My mission is to entertain, and to do so without “cookie cutter” characters. I often hear from my readers that they love Bryce Attewelle because of his boldness and how he speaks his mind. I think that the majority of readers enjoy, to a certain extent, living vicariously through him because he always seems to get away with what we can’t in our day-to-day lives. For me, it’s all about crafting tangible characters.


Q – What do you think your WEB books offer that is new and different from your predecessors?

I believe that my stories fill the void left at the end of the Cold War when spy fiction was supposedly dying. My focus has been – and always will be – the heart of a spy’s mission. It’s there that my readers are captivated by what unfolds, completely independent of what is currently going on in the news.


Q – What challenges does a new writer have working in a genre that’s been probed for over a century?

That’s an excellent question, and one I’ve put to myself many times, especially early on. As I mentioned, spy fiction was said to have fizzled out after the collapse of the Soviet Union. Those of us watching the art of espionage from the bleachers witnessed a shift from human intelligence to electronic intelligence. Speaking strictly from an entertainment standpoint, there no longer seemed to be wind in the sails. I think the struggle for any writer of this genre is to constantly look for new avenues. If writers had given up easily, Law and Order would have never come around after Perry Mason. There is no shortage of material, but adaptation and packaging have become more important than ever.


Q – Are the technological and operational details based on personal experiences or research?

Purely by research. I was once asked, somewhat jokingly, if my books could be found in a store’s Autobiography collection. That’s simply not the case . . . but I’ll accept the compliment.


Q – What were the actual events that inspired your newest novel, Surveillance?

Cover - Surveillance

Surveillance blends the world’s two oldest professions. I read an article about how a “lady of the night” could be used to extract information from someone more easily than an agent – and more effectively, in some cases. I had the book brewing instantly. I read another piece about Russian air defense systems being sold to Tehran and decided that the two ideas would make for an entertaining novel. I did more research on each story and began my outline. A few weeks into my first draft, I saw a sign inside a bus warning that the bus was under twenty-four hour surveillance, and that had me thinking of how few things these days are not caught on film. That’s what gave me the idea of a camera in the right place at the wrong time – and what it catches.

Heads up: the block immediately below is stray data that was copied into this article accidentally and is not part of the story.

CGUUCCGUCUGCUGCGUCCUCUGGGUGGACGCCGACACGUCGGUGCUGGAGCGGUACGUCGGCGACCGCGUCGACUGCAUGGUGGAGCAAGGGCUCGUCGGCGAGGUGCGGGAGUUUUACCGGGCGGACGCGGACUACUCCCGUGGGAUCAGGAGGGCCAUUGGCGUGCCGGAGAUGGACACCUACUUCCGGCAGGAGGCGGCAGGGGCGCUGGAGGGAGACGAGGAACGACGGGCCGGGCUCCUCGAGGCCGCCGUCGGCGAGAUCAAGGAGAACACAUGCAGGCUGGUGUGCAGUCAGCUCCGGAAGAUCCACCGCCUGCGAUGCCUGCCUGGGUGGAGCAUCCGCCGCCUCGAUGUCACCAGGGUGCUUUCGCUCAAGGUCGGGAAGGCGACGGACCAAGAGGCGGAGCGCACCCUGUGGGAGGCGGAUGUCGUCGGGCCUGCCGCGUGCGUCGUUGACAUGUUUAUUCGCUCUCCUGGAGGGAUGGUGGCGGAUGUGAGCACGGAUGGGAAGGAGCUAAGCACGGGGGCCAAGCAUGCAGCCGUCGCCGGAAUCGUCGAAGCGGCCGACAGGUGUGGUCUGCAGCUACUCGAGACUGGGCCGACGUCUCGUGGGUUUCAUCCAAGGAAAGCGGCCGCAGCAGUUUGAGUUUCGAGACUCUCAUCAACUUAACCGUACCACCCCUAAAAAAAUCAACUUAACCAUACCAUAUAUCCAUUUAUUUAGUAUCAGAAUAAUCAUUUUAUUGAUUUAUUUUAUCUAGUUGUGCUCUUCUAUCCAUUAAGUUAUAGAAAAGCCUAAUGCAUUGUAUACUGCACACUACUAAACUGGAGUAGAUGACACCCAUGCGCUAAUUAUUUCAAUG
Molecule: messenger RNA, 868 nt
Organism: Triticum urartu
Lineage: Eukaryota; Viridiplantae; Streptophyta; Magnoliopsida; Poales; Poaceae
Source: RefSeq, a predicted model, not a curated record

Q – Do you think your characters change or evolve in the series?

My characters go through a maturation by past experience. None of them have “seen it all.” Some of them think that they have, which is always good material for a new novel.


Q – Why did you choose to publish these books as an independent publisher?

I chose independent publishing for a variety of reasons. Chief among them – I enjoy having complete control of my work, from the manuscript to the cover. But with that freedom comes the responsibility to produce very solid, print-worthy fiction. It’s an obligation I take quite seriously and willingly. It’s absolutely a labor of love, and the return on my investment has far exceeded my wildest dreams.


Q – Are there other writers out there now you enjoy and recommend?

How much space do I have? Anna Funder’s Stasiland is a marvelously crafted work. Lawrence Block is one of my all-time favorites, and I’ll be running to the store when Hard Case Crime releases his newly discovered book, Killing Castro. James Patterson is another favorite, especially Honeymoon. And I suppose it was Mr. Sherlock Holmes who started my interest in mysteries when I began reading Sir Author Conan Doyle in the fourth grade.


Q – What are the future plans for WEB?

I’ll be letting my main character guide you in future books. It’s going to be the same WEB, only a bit more gritty and hardboiled, and from a fresh perspective. I’m excited about the new series because it is very noir. Fans of my original series will not be disappointed, and lovers of classic crime/spy fiction are in for a treat. You heard it first on SpyWise!




Bill Raetz’s novel Surveillance is available through Amazon U.S.

To learn more about Bill Raetz’s work, check out his Author’s Page on Amazon.